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Am I starting this off right? - Writing Lagrangian for a[Complicated] Double Pendulum

  1. Apr 15, 2012 #1
    1. The problem statement, all variables and given/known data
    Just click the link, The image is huge, so I did not use IMG tags.
    http://i.imgur.com/zWNRf.jpg

    2. Relevant equations

    Let's see, The rotational kinetic energy of a body is given as [itex]K = \frac{1}{2}Iω^{2}[/itex]
    for a point mass, [itex]I = mr^{2}[/itex]
    for a rigid rod rotating at it's end, [itex]I = \frac{mL^{2}}{3}[/itex]

    3. The attempt at a solution

    http://i.imgur.com/qh2Fh.jpg

    First, I'm trying to write the Lagrangian, but I'm not sure I got it quite right. I'm wary about that potential energy... My intuition says that's right, I was trying to write the component of the gravitational force in the direction of the angle(s).

    Also, I'm not sure where the elongation of the string comes in, or even what "elongation" even really means. I thought x was the length the string changes according to the picture, so what is this ε?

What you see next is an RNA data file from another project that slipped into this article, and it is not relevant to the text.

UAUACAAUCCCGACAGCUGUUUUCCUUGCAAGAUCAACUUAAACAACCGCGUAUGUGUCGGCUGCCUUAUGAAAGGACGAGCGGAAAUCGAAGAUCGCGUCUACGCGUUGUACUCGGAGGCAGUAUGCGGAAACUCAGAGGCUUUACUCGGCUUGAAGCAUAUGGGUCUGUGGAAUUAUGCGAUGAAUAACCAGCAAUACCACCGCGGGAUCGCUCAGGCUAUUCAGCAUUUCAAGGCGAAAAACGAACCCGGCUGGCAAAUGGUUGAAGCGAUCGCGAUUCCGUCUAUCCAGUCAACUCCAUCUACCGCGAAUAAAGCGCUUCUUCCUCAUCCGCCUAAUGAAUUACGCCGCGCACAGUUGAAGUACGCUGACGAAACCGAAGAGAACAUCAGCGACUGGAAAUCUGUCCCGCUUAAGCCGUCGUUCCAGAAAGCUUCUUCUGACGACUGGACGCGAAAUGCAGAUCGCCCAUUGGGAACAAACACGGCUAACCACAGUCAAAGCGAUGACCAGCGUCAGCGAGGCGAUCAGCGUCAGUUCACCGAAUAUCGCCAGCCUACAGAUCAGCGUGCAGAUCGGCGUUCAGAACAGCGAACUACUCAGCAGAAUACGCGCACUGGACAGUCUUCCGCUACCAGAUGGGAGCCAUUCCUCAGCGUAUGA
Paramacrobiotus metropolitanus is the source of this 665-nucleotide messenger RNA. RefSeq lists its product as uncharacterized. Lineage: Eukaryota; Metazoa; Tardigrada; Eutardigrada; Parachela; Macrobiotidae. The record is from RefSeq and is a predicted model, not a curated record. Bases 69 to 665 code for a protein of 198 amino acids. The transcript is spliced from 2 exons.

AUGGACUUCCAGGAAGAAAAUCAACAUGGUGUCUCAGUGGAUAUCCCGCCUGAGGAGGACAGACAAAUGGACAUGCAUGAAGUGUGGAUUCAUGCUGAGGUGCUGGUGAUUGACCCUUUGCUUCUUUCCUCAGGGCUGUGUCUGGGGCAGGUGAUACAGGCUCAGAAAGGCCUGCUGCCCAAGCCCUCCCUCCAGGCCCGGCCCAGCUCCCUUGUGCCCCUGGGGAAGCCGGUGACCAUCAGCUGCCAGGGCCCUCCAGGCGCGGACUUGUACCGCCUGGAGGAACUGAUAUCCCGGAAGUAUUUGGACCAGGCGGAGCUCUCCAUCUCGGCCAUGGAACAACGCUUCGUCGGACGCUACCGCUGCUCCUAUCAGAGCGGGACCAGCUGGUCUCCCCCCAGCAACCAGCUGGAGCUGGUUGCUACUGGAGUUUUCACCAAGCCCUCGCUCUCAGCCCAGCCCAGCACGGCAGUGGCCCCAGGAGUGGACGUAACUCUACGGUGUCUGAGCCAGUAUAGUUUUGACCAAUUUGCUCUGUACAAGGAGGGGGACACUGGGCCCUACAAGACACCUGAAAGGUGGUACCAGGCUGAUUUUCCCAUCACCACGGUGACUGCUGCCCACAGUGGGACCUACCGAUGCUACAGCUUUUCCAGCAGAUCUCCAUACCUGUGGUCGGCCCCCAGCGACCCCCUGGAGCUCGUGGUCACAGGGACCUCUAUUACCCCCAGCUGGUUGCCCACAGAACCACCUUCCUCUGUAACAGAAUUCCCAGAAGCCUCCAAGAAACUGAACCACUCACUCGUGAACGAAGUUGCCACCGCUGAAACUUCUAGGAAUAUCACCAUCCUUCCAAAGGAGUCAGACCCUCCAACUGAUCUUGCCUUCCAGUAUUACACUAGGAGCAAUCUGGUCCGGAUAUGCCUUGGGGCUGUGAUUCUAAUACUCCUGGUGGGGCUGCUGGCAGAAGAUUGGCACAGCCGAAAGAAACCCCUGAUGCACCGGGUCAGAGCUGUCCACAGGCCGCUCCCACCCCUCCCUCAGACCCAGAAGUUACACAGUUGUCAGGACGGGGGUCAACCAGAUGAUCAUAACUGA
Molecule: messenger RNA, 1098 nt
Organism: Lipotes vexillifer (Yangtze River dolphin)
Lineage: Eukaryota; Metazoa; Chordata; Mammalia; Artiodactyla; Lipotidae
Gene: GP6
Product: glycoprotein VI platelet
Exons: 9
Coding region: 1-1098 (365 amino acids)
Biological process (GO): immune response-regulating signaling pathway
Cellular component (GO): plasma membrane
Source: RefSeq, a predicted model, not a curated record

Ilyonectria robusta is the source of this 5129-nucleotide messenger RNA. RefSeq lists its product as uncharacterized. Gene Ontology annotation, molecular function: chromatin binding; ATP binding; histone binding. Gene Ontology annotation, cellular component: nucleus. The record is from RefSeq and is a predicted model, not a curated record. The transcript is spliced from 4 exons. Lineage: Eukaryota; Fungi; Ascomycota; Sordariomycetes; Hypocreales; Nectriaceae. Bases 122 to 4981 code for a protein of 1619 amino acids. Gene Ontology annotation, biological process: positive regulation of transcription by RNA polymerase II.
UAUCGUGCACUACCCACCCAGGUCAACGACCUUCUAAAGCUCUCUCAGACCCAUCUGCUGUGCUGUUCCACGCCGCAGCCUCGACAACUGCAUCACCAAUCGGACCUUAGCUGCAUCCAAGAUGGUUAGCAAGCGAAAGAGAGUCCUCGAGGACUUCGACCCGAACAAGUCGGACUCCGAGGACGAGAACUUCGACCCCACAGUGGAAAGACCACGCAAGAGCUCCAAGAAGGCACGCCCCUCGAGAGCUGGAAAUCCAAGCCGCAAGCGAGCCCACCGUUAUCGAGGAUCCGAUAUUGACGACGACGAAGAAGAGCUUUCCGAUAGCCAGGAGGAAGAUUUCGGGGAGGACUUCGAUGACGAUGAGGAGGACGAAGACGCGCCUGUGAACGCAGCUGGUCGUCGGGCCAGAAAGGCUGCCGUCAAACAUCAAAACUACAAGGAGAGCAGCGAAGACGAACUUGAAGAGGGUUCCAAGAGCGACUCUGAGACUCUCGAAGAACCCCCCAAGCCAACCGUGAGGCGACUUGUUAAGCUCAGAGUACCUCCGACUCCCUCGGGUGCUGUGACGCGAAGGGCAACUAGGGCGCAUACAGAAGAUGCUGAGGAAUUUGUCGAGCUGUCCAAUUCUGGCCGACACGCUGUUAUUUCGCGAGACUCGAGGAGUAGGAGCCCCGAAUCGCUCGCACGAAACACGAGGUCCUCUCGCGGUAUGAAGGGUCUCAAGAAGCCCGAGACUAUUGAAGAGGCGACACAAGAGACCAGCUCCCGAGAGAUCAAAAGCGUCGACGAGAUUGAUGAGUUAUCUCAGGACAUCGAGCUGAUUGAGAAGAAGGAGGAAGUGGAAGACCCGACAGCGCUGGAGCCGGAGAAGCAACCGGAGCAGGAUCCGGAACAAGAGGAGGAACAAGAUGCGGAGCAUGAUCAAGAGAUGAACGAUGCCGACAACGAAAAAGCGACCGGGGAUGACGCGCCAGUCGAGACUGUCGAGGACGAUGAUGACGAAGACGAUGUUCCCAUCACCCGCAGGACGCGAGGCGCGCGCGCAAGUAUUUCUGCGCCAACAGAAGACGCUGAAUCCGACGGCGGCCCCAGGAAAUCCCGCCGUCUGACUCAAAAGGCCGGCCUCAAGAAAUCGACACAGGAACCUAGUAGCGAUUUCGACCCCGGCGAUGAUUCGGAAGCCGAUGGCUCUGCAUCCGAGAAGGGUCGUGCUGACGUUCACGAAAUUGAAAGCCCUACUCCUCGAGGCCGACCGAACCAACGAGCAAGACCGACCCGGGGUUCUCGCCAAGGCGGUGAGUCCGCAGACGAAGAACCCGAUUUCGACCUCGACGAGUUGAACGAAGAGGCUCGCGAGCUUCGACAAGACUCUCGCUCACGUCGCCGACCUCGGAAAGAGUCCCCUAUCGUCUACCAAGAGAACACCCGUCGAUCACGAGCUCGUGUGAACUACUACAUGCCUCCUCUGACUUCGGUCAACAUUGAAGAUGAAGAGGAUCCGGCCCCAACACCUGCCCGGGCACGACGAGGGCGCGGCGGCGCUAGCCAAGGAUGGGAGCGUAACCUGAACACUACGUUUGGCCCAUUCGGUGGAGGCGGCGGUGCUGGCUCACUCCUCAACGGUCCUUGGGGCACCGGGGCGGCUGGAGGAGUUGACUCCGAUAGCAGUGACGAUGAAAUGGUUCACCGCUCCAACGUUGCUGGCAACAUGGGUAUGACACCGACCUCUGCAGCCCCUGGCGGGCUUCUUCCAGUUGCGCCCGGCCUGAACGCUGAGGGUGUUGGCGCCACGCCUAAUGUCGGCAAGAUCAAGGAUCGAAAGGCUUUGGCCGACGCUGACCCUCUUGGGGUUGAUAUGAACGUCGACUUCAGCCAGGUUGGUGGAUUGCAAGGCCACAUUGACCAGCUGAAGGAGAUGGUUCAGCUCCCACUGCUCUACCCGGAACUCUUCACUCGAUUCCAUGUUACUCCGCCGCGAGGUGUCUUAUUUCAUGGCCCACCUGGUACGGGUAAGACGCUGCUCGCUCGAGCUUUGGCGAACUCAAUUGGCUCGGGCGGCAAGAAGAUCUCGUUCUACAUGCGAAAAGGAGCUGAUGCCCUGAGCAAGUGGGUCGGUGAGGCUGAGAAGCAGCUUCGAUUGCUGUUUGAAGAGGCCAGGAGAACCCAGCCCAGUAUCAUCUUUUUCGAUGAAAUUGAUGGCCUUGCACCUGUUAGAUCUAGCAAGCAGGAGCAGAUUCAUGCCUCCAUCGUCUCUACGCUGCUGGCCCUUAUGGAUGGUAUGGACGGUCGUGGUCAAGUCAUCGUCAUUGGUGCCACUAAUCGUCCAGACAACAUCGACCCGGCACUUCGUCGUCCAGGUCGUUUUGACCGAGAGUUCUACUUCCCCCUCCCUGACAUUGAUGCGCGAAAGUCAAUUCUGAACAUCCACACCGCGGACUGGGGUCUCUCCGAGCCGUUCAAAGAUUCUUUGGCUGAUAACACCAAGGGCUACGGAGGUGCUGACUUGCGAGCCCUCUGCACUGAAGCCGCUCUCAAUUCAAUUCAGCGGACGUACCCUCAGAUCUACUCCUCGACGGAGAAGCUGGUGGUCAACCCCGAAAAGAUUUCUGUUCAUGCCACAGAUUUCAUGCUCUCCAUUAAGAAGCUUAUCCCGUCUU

And even after I finish writing the Lagrangian, I've never solved a coupled oscillator problem in terms or angles instead of displacements. How do normal modes come into play when the solutions to the equations of motion won't take the form of [itex]q = Acos(ωt)[/itex]?

    Any help is appreciated, this has got me scratching my head since my textbook has no examples even remotely similar.
     
  2. jcsd
  3. Apr 16, 2012 #2
    Re: Am I starting this off right? - Writing Lagrangian for a[Complicated] Double Pend

    You're missing the rod / string length in the potential energy.
     
  4. Apr 16, 2012 #3
    Re: Am I starting this off right? - Writing Lagrangian for a[Complicated] Double Pend

    For the rod, would I use a or 2a?

    and the string, it should be (4a/3 + x), right?

    Also I think I'm missing a term in both the kinetic and potential energy terms... Something to do with the elongation, but I'm not sure how to handle it.
     
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